Check the menu for low sodium options, and you can also request your food be prepared without using salt at most restaurants.
Find and Measure Serving Size Found on Websites
You can search online for the number of calories in a portion of specific food and find numerous websites that can provide that information.
Sometimes though, the data is hard to see on a prominent site.
Here is a website that offers a database of common foods, grocery foods, and restaurant foods. Find the search tab and enter your food to see the calories and nutritional information.
Some authors try to make it easier for you and show you ways to ‘estimate’ a serving size by comparing food to an everyday item.
The problem now, though, is that many authors have added so many things it is hard to remember the menagerie of items (tennis ball, a deck of cards, baseball, dice, cupcake liner, hockey puck, spice containers, spoons, baby food jar, and even small amphibians).
So find a set of items that you can remember.
So far, my favorite is this website because it has only four things to remember. That’s more my speed.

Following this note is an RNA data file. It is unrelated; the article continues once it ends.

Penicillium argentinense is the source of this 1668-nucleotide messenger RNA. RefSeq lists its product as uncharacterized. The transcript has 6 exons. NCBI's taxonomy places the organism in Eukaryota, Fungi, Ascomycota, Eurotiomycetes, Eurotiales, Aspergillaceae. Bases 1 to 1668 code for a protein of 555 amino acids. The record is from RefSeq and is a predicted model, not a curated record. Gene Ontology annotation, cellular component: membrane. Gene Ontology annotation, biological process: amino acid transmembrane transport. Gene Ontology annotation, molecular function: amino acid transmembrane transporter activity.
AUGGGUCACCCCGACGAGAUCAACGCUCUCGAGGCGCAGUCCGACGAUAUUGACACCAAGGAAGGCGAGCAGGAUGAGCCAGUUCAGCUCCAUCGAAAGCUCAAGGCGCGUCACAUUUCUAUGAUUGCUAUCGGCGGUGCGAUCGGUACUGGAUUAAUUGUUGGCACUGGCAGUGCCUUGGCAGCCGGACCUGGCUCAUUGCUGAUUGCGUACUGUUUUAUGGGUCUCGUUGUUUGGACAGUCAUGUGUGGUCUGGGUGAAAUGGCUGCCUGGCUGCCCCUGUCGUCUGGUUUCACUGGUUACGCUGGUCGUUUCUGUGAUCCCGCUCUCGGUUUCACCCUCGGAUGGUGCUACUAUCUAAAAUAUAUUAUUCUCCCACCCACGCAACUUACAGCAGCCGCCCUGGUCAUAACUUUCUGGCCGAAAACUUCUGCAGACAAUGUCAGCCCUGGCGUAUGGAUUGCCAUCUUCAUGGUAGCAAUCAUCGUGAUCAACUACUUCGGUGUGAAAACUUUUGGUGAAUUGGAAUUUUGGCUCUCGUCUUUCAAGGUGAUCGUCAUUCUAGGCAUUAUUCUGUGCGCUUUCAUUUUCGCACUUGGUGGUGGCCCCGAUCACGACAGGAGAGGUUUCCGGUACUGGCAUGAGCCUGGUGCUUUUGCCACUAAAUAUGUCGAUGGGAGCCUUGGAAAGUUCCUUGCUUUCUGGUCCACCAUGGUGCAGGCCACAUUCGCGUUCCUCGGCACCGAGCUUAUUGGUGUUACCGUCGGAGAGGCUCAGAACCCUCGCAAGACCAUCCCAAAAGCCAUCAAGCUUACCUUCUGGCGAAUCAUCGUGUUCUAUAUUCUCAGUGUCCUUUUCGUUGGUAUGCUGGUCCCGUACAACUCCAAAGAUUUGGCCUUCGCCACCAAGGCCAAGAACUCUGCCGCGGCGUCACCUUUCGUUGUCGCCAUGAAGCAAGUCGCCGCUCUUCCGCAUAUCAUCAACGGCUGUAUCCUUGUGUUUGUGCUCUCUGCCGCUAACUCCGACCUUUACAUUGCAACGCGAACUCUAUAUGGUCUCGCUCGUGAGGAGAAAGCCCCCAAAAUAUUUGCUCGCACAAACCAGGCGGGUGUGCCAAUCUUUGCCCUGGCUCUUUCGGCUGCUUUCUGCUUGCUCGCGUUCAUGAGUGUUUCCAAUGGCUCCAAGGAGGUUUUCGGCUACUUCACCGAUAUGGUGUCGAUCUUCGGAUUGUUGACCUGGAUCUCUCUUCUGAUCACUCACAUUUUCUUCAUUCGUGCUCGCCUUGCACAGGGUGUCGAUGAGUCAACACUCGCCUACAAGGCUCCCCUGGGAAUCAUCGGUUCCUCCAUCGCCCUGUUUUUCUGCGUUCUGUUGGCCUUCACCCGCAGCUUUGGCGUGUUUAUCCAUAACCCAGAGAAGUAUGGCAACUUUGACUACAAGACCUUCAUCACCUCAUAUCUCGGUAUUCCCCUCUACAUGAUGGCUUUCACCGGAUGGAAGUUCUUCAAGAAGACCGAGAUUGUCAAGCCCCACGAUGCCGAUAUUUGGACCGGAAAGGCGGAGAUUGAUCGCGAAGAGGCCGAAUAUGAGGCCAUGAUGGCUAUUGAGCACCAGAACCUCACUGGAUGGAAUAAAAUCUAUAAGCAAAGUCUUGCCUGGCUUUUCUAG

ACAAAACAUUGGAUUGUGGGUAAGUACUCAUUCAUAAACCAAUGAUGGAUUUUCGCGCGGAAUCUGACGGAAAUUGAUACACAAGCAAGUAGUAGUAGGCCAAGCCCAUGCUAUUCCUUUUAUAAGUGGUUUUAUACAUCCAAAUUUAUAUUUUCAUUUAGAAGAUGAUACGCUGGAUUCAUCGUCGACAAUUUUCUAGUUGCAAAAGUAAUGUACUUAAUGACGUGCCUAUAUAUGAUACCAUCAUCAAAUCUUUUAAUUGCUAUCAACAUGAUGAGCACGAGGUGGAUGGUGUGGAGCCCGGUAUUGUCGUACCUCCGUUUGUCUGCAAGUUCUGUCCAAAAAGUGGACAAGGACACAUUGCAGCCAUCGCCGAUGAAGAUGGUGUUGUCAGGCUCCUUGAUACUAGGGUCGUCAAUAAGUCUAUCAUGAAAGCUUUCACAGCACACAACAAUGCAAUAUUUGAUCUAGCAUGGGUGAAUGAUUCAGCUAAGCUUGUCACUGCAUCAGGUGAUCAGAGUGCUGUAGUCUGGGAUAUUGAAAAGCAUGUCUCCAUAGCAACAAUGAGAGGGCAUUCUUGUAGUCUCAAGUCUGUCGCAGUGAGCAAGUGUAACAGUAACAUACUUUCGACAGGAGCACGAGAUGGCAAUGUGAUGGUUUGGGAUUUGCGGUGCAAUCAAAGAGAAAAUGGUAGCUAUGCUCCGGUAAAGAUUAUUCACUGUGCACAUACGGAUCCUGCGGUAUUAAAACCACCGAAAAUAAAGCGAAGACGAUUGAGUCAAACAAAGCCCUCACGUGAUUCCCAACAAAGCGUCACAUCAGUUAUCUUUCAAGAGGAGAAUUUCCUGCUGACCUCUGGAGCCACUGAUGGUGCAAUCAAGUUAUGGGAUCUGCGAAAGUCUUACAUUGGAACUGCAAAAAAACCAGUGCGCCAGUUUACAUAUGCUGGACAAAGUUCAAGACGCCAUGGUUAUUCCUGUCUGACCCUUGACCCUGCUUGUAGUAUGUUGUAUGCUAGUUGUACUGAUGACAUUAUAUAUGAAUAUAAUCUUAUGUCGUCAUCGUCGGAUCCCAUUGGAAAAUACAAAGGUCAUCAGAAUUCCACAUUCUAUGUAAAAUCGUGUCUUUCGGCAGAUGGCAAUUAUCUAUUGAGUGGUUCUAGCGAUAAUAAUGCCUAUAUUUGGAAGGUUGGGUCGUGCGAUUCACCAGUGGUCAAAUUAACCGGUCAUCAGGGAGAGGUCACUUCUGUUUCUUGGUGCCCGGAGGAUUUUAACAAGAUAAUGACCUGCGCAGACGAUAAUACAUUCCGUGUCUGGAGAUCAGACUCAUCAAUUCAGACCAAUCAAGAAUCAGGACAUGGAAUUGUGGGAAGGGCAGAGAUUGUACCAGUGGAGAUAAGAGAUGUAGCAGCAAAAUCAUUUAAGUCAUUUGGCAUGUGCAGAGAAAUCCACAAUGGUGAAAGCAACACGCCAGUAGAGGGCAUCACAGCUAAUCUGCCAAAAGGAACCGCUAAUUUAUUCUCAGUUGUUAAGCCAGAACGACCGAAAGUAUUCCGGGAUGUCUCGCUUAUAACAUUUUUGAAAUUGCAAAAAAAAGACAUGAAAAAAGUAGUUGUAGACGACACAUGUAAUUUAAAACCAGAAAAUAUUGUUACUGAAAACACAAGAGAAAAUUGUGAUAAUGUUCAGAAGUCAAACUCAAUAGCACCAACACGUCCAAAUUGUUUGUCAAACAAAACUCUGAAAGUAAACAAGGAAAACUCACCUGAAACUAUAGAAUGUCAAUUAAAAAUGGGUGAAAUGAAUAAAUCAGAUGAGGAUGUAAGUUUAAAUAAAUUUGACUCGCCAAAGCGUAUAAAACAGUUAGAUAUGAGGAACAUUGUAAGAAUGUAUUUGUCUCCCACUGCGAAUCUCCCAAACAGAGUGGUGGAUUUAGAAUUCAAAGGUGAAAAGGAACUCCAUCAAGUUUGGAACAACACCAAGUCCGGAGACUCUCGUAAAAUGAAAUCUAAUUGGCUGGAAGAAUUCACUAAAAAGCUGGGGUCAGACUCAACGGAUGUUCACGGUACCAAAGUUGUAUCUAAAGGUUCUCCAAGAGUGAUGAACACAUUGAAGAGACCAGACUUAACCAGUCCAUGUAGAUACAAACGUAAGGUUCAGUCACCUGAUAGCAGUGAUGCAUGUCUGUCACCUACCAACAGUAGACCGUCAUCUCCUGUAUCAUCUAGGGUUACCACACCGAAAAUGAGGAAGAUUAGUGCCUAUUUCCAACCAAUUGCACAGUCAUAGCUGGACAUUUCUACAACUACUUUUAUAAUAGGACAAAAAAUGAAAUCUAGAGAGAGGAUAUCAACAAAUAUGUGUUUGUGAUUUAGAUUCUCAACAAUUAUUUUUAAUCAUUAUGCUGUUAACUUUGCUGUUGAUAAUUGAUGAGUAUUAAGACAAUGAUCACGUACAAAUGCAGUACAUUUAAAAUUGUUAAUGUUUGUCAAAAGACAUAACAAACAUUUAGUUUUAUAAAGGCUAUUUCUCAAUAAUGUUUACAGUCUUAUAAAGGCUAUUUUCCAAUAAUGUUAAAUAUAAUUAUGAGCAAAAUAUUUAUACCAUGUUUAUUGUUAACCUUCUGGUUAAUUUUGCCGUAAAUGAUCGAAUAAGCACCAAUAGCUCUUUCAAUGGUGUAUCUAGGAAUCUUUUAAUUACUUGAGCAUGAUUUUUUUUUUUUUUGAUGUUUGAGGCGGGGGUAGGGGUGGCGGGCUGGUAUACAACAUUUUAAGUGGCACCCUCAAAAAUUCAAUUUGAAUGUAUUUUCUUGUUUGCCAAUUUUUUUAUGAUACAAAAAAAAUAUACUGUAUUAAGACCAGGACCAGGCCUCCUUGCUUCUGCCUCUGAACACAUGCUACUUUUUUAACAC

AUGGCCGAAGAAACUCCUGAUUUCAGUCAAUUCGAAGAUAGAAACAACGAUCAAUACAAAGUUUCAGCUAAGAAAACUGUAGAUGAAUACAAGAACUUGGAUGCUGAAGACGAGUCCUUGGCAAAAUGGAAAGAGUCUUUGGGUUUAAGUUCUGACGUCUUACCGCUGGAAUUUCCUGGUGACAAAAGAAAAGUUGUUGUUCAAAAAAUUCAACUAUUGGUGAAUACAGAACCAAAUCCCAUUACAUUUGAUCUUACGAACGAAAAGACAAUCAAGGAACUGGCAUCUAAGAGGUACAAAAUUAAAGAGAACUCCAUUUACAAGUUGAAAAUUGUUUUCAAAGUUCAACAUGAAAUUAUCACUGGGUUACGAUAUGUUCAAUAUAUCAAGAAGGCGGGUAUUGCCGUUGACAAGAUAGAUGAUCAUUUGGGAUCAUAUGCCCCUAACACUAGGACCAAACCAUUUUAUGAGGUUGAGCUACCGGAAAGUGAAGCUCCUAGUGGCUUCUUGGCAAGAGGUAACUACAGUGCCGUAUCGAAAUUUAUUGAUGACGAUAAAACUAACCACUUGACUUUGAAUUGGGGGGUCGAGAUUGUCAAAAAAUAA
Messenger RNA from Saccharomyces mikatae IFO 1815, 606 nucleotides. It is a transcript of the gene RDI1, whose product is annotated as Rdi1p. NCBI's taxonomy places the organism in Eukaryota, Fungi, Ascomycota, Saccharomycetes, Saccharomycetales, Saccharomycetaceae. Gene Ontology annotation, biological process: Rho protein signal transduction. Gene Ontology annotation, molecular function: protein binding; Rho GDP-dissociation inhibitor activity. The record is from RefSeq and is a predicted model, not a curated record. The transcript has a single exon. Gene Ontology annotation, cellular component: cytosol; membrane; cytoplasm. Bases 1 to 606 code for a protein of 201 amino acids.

And here is a wallet card that may be helpful.
But, honestly, in the end, calorie apps are my favorite way to go.
Find and Measure Serving Size Found in Calorie Counter Apps
If you have a smartphone, free calorie counter apps give you the information you need right when you need it.
These two apps below offer fabulous food serving size calculator information for free. You choose the serving size, and it provides calories and nutrient information. Both are great.
How Do You Calculate Serving Size for a Recipe?
For home cooks and the talented ‘foodie,’ you might want to know how to determine the right serving size for homemade items.
Well, it’s pretty easy to learn how to figure out the serving size of a recipe.